Helping Traumatized Children Reclaim Life

Written by Megan Bronson RN, MSN, CS on August 29, 2019

Trauma / PTSD

It is a well-established fact that burns and the painful, invasive procedures required to heal them are traumatic for children as well as adults. Traumatic experiences such as severe burns have a profound effect on the developing child and can overwhelm their coping abilities. 

Trauma can be defined as any event that is experienced directly or is witnessed by the child and that is perceived as life threatening to themselves or others. Traumatic events elicit feelings of terror, powerlessness, and often horror and rage. Burn trauma overwhelms the body and its defenses and it also overwhelms the mind and its defenses.


Trauma triggers the most basic and instinctual survival responses in the brain and body and puts the traumatized child’s brain on red alert chemically. The survival instincts in traumatic situations cause an individual to either fight, flee or freeze. These responses prepare the body for defense in a traumatic situation. 

In a very interesting study published in a 1996 Infant Mental Health Journal, Bruce Perry, M.D., Ph.D. et al. focused on the long-term effects of trauma on children’s brain development. The authors noted that when children are not assisted in dealing with the trauma and moving out of the trauma response they may develop a persistent fear state over time. (Indicators of fear or anxiety states for different developmental stages are listed in the table on page 9.)

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Miranda and Audra find lots to smile about at burn camp.

Younger children will generally go into a freeze response when trauma occurs, as they are ill prepared to fight or flee. The freeze response is characterized by a numbing of feelings and perceptions. The younger and more helpless the child, the more likely they are to use a dissociative response. If left untreated these children can develop anxiety and depressive disorders. 

(Note to burn center staff: The authors noted that anything that can decrease the intensity and duration of the acute phase of response to trauma would decrease the probability of developing neuropsychiatric symptoms later on. This study has profound implications for burn centers in terms of the timely, adequate, and appropriate management of procedural pain and anxiety in children suffering burn trauma. Perry’s study also noted that once the child’s brain is sensitized to trauma, a full blown trauma response pattern could be elicited by even minor stressors.)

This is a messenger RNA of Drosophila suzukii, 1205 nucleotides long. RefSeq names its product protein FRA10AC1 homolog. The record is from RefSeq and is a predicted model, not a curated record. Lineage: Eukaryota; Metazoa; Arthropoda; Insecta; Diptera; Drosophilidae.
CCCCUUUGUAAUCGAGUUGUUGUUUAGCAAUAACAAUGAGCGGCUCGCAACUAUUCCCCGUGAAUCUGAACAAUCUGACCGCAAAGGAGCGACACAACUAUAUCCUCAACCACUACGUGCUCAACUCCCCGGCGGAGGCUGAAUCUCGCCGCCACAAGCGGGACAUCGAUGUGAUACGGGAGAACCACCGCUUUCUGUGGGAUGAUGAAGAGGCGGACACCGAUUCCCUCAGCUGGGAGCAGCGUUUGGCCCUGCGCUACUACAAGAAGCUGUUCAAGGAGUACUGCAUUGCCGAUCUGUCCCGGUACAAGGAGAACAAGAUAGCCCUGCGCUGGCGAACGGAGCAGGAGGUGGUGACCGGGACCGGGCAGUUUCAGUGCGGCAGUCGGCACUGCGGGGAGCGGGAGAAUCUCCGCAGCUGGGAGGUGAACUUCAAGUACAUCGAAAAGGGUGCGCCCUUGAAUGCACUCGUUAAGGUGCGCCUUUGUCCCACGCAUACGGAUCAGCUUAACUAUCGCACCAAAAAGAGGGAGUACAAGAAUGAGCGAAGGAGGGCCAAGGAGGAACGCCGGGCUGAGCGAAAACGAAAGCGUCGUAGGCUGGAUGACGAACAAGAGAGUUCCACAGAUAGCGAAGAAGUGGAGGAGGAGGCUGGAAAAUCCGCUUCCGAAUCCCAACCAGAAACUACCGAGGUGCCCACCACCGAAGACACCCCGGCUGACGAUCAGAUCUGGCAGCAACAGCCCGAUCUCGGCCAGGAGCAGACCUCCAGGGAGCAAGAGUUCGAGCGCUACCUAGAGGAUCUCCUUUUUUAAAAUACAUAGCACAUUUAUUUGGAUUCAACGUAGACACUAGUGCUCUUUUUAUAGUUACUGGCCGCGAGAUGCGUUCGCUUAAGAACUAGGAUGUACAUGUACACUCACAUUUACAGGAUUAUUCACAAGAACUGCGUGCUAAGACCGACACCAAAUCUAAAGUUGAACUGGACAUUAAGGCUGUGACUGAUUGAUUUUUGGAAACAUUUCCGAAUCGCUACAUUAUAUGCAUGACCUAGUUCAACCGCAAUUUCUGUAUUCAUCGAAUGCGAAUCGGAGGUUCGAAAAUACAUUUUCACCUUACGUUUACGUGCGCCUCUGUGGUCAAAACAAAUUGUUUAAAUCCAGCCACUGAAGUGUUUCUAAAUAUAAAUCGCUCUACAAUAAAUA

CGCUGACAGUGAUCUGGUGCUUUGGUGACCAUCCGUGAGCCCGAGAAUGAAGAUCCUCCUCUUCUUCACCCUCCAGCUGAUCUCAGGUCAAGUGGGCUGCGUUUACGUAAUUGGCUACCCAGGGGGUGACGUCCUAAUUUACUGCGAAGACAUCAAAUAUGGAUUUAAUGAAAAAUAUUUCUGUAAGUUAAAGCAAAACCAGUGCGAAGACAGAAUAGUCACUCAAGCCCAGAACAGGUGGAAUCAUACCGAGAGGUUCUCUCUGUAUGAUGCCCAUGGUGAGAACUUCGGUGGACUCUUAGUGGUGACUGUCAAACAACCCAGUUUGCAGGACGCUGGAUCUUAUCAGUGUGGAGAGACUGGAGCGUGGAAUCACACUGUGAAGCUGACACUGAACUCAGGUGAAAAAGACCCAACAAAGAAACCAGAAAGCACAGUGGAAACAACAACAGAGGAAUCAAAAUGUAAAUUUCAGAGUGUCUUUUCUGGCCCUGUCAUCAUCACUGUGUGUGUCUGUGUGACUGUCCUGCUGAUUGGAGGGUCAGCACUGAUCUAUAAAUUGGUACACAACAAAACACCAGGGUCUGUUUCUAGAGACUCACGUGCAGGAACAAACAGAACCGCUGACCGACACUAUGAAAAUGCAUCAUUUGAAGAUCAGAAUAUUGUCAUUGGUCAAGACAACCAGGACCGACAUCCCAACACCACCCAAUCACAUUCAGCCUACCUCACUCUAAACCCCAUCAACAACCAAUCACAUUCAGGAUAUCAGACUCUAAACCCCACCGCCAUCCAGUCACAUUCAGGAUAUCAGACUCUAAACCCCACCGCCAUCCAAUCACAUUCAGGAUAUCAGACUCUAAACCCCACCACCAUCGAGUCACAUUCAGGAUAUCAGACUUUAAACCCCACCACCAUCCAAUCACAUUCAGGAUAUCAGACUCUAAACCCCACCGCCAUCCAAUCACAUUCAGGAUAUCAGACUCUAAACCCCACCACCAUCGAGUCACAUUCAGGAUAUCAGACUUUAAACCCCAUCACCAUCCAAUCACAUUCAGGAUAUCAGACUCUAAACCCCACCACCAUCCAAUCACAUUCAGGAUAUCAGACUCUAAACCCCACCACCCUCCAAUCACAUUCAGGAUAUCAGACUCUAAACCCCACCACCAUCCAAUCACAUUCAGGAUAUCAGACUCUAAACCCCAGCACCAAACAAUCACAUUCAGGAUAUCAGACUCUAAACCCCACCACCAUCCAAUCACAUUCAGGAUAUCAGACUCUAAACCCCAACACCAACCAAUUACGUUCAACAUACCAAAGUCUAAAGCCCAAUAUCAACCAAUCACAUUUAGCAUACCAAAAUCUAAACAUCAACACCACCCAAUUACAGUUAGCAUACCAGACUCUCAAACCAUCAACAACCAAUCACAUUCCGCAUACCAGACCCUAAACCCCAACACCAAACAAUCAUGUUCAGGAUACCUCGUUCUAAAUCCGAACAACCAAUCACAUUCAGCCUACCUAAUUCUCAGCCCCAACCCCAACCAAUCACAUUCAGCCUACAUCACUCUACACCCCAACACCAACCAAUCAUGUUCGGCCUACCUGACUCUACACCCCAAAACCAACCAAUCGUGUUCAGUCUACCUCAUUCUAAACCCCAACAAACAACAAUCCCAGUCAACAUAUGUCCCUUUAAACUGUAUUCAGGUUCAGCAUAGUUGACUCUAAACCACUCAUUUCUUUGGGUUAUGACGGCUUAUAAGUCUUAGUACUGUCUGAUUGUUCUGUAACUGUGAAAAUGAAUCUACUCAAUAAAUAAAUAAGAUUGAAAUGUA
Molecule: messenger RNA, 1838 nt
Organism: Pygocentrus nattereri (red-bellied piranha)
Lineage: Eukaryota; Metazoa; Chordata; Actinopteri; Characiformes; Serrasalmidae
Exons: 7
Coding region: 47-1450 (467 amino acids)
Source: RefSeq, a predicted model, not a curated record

The symptoms of trauma may not appear or develop for weeks, months, or sometimes even years after the burn trauma occurs. Many children develop some symptoms of Acute Stress Disorder after burn trauma . Some will go on to develop Post Traumatic Stress Disorder. Untreated, these children can also develop anxiety and depressive disorders, as well as behavioral disorders and substance abuse problems. 

In the article Body Image Development in the Burned Child, Freddrick Stoddard, M.D. recognizes the long-term effects of childhood trauma when there is incomplete mastery of the anxiety and fear related to the trauma. The study lists the following possible long term effects of unmastered trauma: pessimistic life attitudes, alterations in personality, diminished self esteem, distorted body image, disturbances in interpersonal relationships, estrangement, depression, anxiety disorders, and depressive disorders. Many adult burn survivors who were burned as children suffer from these long-term problems.

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Makayla Rennels wears her pressure garments.


The effects of trauma impact the child on a cognitive, emotional and social level. Trauma also affects the way the child feels about themselves and in relationship to others. Helping the child after trauma requires addressing all of these areas. 

The most essential psychological and social interventions for children after burn trauma are those that are aimed at reestablishing physical and psychological safety. This is true in all phases of the recovery process of burns, from acute hospitalization through rehabilitation, to return to home and school. The Perry study gives clear direction for early intervention with the traumatized child and suggests that providing structure, predictability, and nurturing the child are the key elements of effective intervention.

  • Providing consistent and reliable support from a limited number of caregivers.